What list?

Michael Gochfeld gochfeld at eohsi.rutgers.edu
Thu Apr 11 08:16:52 EDT 2002


I am not clear what is meant by Glassberg's species list.  Are you referring
to the "Checklist & English Names of North American Butterflies" published by
NABA (2nd edition 2001).   Note (as previously discussed) they refer to
"English names" rather than "common names", which allows there to be common
names in many other languages.  Perhaps they should have said "American
English names" which might be considered a regional subspecies or "race" of
English names.

Anyway I refer to this as the NABA list rather than the Glassberg list, since
the names were voted on by a committee. Giving English names to subspecies
doesn't play havoc with anybody's list, but merely creates the need for
another list and perhaps its own havoc.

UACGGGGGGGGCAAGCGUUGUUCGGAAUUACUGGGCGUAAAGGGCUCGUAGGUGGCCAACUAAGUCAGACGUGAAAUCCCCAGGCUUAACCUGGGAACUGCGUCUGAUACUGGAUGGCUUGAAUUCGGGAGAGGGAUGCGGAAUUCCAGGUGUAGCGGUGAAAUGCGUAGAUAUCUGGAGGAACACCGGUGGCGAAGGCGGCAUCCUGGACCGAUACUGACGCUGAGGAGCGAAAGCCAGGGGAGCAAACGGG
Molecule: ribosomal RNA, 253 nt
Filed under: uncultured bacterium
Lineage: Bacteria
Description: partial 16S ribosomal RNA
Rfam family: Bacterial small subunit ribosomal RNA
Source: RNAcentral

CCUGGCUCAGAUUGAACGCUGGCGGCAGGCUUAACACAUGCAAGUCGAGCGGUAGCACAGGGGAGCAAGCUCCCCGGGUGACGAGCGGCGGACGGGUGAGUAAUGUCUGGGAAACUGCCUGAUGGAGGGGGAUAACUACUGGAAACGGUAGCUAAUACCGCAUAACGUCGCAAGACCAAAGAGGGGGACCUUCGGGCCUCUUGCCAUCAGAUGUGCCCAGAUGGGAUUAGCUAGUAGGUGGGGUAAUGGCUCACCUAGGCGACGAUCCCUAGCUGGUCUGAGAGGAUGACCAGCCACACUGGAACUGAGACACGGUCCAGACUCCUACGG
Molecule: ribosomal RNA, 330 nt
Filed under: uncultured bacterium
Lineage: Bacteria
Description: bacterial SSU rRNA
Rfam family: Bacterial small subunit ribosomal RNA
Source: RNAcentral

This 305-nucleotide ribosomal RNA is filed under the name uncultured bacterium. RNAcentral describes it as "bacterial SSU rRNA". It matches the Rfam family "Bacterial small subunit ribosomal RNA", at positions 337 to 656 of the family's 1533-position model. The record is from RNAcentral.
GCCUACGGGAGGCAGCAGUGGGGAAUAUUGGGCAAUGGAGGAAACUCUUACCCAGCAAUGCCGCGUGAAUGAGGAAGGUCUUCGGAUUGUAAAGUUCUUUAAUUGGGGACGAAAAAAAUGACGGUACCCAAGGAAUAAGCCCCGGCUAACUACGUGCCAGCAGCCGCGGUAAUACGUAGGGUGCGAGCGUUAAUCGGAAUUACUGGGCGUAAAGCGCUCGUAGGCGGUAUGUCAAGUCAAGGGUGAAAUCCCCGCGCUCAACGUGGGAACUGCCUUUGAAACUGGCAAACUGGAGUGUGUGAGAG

Ultimately, the names that prevail are those that are most useful in
communication, probably because they are used by the largest number of people
who bother to communicate.  For those of us that keep our opinions to
ourselves,  it doesn't matter what names we use.

Anyway, your enthusiasm for messing with other people's lists (or certain
other people's lists) shines through brightly.

and keep telling us about those fascinating coastal isolates that I'd like to
see some day.   I have frequented NY and NJ barrier islands for years (mainly
banding birds), and the best we can produce is fantastic numbers of Salt Marsh
Skippers (Panoquina panoquin) and wonderful flights of Salt Marsh Dragon Fly
(Erythrodiplax berenice).   [Pretty scary when I find it easier to look up a
scientific name on google, rather than getting off my duff and walking 10 feet
to a bookshelf----virtual research].

Regards-----Mike Gochfeld

Ron Gatrelle wrote:
If this flies, it will really mess Glassberg's species lists (and common names
all to heqq).

> Ron


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